MW: I committed to UGA because at the end of the day, that’s where my heart was and that’s where I wanted to create my future. I wanted to be challenged and I wanted to be the best. Despite anything and everything I heard about the school I knew it is where I wanted to be and I knew I was meant to be there. At the time I also knew that whoever was paying for me to come to their school with a full ride would be of my top choices, because my family couldn’t afford to pay anything more than $0 for college. So I knew that everything would work itself out and I would go where I was supposed to go. I knew that all my hard work would pay off and I could go to college for free and could repay my parents for everything they had given me through my whole life and all of it was worth it. I knew that UGA was the place where I needed to be and it felt like a family and it felt right and I had no regrets.
What happened from the time you committed to the time you stepped on campus?
MW: Well I got a whole lot of letters in the mail from UGA, from the school and from the coaches themselves. I went through the process of registering, making sure I finished high school with good grades and making sure all the paperwork was in and then was officially accepted into the school. My last summer I played 23U because there was no point in playing 18u because I had already signed and there were some current UGA players on the 23U team and I played with them and spoke with them about everything. It was a good experience getting to know them and getting to know all about the team and coaches from some of the players.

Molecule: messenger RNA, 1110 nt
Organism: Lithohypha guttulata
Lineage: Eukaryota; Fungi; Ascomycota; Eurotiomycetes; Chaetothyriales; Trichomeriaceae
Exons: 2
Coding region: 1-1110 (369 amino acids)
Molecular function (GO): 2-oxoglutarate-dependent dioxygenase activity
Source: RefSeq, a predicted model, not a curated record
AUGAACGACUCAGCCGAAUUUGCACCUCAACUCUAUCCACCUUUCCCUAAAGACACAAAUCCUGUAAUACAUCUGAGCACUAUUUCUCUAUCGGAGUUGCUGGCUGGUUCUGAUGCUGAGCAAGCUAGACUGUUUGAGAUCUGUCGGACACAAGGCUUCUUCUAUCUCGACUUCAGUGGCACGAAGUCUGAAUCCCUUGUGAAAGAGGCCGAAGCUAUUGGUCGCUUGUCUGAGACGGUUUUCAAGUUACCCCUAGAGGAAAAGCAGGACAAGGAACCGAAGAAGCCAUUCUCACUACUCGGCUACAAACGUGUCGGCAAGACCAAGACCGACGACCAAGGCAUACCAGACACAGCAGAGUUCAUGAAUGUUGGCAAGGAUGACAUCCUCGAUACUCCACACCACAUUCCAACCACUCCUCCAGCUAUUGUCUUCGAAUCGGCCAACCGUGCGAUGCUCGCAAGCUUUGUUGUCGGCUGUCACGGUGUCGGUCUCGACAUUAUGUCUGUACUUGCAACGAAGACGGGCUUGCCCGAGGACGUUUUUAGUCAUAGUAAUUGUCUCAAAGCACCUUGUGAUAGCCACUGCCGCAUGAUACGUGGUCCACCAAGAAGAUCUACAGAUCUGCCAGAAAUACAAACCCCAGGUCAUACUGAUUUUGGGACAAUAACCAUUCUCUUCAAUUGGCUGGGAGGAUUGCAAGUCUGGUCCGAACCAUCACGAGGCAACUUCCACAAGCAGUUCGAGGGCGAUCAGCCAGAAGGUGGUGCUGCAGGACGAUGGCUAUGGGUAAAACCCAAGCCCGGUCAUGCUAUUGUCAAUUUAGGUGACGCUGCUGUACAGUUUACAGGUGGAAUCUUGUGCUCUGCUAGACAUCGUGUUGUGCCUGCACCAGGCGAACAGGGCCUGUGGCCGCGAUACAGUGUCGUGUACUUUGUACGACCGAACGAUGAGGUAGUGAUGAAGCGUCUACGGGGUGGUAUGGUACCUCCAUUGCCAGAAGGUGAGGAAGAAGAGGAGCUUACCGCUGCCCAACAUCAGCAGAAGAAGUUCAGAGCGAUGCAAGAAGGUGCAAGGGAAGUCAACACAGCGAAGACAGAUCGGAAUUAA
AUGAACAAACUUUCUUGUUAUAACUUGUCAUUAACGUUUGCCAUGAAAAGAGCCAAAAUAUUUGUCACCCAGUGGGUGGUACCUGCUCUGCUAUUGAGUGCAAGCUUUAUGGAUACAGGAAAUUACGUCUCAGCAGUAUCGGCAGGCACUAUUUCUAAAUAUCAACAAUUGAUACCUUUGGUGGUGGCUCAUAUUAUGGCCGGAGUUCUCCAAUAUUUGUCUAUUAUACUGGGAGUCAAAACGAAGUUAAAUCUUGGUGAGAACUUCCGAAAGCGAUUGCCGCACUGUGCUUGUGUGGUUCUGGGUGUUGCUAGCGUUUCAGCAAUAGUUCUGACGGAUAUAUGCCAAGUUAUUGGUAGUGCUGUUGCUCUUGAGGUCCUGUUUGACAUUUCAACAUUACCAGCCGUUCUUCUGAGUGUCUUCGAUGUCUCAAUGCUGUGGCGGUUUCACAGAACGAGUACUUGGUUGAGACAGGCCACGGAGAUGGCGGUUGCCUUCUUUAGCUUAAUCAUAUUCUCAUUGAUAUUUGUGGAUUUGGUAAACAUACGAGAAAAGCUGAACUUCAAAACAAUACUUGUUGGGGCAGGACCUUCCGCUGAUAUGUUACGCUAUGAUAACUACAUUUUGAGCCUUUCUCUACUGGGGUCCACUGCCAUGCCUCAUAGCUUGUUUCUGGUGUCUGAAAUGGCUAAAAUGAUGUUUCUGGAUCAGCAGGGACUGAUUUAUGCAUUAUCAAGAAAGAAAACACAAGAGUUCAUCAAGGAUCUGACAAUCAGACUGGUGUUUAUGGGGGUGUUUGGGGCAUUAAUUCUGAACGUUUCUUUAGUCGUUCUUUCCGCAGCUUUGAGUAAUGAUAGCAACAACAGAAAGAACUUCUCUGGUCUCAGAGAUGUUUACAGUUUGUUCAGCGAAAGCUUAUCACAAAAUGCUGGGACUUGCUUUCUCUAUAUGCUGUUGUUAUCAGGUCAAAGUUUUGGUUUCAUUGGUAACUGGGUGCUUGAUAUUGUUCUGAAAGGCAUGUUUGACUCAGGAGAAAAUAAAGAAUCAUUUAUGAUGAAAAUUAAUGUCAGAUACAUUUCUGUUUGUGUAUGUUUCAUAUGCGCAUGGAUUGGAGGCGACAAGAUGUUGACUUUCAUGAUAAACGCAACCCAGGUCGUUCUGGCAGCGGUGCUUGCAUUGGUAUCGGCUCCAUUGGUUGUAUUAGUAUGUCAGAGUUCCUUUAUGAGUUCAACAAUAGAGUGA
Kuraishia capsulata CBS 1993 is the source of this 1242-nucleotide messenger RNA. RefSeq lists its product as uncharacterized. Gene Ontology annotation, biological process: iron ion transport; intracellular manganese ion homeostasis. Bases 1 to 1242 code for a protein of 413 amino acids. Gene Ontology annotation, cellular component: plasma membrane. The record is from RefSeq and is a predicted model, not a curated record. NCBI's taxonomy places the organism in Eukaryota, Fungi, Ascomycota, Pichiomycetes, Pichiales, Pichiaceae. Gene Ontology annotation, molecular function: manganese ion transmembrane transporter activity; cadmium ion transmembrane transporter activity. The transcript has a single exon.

Looking back on your recruiting story, what stands out the most?
MW: The one thing I remember the most about specifically being recruited by UGA was that they sent me a letter one day, it was comparing me and David Pollack, a UGA football player that was from my hometown and high school. They showed what he had done and his accomplishments and put my name in there substituting his and created a story of me being a great UGA softball player and what I could accomplish there and who I could be and who I could become. I knew from them doing that they cared and they cared enough to think of me as being special and someone they really wanted to go to their school. That was something special to me and I will always remember that. It was the coolest thing about any of the letters I ever received. It was so personal and so realistic and really made me want to be apart of UGA.
What’s your advice to athletes now on the recruiting process?
MW: My advice for athletes now would have to be work hard, harder than anyone else and become the best athlete you can be. Enjoy the journey and the process. Don’t force it, don’t become great on paper, but be great on the field. Be a great teammate and person. Be the best athlete you can be. Work hard and have a dream, and do anything and everything to achieve that dream. Don’t be afraid to stand out, don’t be afraid of failure. Enjoy it, enjoy getting better, enjoy learning, enjoy the process and things will happen the way they were meant to.